Our mission as a charity is to stop asthma attacks and cure asthma. We do this through funding research, campaigning for improved care and supporting people with asthma with expert advice and support.
So when we talk about digital at Asthma UK we always root it in why we are talking about digital and what we are seeking to achieve. That always brings it back to "what does it do for people with asthma?"
Our challenge is that about 5.4 million people in the UK have asthma. Globally it’s increasing significantly and at pace, particularly in the industrialising world. One of the best ways of improving outcomes for people with asthma is for every individual to be better supported to manage the condition themselves, including improving medication adherence.
Many people with asthma would be open to replacing GP visits with some sort of NHS-endorsed mobile health solution. Given the number of people with the condition this is something that lends itself to analytics for more personalised medicine.
Digital supports business goals
As a relatively small organisation – we are only about 90 people – digital is important because it provides a way of delivering in each of these areas.
We’ve made progress on a number of different fronts. Using data, we have been able to understand how people with asthma live their lives, what priorities they have and the kind of services they need. That allows us to influence funders and policymakers in a way that we couldn’t before, using the patient voice.
With our Smart Asthma and Connected Asthma reports, we have looked at how digital tools can help when the NHS isn’t delivering consistently good basic care. We have also created digital tools and moved many of our services online.
We have completely overhauled our digital platforms to increase reach. We have an Asthma Risk Checker online so that people can assess their own risks of having an attack and understand what they can do to mitigate those risks. We have almost completed a 12-week asthma support programme pilot making use of WhatsApp, and have just started a multi-year programme with the ambition of extending our services to new, under-served groups with the use of machine learning and artificial intelligence. Our lottery team is constantly testing new ways to bring players on a completely digital journey, with many lessons learned on the way.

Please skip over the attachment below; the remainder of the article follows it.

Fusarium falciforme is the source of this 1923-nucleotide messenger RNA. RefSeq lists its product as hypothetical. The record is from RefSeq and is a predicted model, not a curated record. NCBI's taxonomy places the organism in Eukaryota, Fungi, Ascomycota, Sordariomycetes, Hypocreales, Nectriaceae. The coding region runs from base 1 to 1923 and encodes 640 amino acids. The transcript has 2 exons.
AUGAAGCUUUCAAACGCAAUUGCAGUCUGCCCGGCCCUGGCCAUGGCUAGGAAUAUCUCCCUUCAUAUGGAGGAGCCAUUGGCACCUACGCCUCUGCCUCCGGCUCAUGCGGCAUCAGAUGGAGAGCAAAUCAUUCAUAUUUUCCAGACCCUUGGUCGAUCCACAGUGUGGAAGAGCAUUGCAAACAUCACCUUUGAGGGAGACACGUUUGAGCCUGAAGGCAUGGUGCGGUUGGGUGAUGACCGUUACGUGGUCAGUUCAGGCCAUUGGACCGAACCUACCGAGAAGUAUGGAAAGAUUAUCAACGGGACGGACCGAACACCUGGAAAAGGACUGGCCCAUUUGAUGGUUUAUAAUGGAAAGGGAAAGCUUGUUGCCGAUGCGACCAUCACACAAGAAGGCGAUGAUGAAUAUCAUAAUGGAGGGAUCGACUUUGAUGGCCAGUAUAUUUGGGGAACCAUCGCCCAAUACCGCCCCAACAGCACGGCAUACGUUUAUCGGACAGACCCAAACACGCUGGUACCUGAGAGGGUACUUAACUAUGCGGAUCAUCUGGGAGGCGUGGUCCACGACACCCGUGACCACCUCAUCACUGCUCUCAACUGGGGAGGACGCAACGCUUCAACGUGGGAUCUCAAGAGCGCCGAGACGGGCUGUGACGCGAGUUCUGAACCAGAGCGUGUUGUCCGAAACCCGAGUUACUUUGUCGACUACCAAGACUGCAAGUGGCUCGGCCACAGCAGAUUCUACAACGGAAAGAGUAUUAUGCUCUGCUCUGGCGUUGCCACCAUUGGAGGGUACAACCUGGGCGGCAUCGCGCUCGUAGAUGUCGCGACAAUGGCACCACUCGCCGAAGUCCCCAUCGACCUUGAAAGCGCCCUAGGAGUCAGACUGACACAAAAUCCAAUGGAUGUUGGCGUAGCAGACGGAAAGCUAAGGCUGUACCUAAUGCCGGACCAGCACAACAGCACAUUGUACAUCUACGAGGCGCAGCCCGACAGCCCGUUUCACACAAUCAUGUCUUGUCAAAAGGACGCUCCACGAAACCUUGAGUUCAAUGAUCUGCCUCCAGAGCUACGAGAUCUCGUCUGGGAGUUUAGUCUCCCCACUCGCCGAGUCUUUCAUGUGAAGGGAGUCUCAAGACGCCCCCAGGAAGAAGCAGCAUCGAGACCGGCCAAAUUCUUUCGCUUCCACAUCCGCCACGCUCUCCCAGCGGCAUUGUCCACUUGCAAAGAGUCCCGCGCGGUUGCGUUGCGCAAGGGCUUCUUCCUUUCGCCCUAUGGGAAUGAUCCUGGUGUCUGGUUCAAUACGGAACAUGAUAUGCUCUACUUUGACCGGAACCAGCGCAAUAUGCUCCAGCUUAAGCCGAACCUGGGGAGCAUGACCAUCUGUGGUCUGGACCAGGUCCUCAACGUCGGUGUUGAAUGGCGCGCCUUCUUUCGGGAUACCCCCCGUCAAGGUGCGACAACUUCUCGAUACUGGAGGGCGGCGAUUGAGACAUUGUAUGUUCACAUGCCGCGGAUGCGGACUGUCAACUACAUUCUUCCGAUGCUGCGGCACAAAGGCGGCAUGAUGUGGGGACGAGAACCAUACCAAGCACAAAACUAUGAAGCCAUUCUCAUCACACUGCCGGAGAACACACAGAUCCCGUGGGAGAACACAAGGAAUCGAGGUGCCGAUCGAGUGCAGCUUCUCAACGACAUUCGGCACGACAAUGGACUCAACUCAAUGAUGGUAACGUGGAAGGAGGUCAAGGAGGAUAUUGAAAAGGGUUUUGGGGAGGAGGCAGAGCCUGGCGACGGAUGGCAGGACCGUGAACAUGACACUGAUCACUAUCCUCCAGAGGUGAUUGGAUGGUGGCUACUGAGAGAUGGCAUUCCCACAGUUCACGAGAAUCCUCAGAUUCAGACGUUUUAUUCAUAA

Managing risk, navigating uncertainty
The finance team has been involved in all of those changes to a greater or lesser extent.
We have had to work with external partners in an agile way – for instance, with our digital agencies. A new way of working brought a new set of risks to be navigated.
As we have moved away from working in siloes to multi-team projects, we have had to think about who has decision-making and budgetary authority and how we get the governance right.
We have also had to help the business work out where it makes sense to replace legacy systems with new technology and understand the implications of moving from capital investment to costs allocated to operating expenses.
The most challenging area for finance teams is making investments in projects that involve new technology where, in making a business case, the benchmarks don’t exist. We have had to get used to making a best guess or judgement about these projects and making sure we manage risk as they roll out.
Helping to get the board on board
Underpinning all of this is our work with the board, which ultimately has to back the investment we have made in digital.
Our job here has been to assure them that, although we are working in a new and unfamiliar environment, we are maintaining good governance and the money we spend comes with an expectation of driving new revenue. Managing their expectations in these areas as well as getting them to understand investment in technology is an ongoing cost of doing business now and has been critical to embracing digital change.
Harriet Jones is director of finance at Asthma UK